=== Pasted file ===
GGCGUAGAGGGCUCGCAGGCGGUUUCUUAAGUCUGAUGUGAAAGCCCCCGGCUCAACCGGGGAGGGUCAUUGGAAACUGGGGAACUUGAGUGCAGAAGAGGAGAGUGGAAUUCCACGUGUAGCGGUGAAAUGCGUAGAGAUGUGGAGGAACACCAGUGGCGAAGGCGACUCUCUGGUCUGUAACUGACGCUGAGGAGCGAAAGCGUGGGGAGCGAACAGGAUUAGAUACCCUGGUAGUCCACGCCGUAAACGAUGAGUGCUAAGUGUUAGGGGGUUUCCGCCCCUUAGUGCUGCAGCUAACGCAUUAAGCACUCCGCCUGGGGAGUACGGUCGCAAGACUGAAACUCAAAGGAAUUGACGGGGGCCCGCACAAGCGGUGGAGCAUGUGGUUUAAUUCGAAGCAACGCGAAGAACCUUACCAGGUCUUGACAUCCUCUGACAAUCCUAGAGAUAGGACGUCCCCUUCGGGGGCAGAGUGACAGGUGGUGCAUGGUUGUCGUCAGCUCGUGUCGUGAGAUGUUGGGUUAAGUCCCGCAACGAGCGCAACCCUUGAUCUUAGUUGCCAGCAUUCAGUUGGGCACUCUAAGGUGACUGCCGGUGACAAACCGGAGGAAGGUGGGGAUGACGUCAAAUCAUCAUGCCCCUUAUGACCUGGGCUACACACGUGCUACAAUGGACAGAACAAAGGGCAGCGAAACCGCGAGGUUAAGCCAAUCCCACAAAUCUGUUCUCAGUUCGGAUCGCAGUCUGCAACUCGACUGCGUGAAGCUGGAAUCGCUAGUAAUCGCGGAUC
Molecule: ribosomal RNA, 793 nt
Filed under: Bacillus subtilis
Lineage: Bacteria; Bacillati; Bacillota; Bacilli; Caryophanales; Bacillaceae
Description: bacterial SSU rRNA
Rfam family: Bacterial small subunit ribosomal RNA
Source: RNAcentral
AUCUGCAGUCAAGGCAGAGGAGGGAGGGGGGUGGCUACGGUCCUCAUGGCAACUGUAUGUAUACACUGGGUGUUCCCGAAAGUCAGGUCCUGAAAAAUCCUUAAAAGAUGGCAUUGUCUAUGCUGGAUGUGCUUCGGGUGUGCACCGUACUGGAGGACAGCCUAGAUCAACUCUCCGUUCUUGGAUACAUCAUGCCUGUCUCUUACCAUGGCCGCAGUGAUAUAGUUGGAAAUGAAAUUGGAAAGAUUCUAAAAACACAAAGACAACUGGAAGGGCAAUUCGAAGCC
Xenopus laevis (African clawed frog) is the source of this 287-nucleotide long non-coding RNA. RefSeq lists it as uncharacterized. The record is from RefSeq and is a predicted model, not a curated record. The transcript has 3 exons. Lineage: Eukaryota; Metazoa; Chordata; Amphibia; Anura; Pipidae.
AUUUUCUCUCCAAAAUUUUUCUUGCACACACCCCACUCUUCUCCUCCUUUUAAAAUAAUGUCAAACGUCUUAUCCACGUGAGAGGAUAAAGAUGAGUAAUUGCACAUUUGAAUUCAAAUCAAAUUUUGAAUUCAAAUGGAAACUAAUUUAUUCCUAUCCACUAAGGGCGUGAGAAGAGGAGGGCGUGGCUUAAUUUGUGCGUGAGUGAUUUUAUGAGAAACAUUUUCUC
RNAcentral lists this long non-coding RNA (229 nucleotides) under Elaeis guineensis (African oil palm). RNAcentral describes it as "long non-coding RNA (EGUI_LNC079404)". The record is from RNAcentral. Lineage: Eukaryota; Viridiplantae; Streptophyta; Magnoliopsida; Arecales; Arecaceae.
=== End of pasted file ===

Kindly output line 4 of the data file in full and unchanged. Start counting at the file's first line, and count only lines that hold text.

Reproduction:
Lineage: Bacteria; Bacillati; Bacillota; Bacilli; Caryophanales; Bacillaceae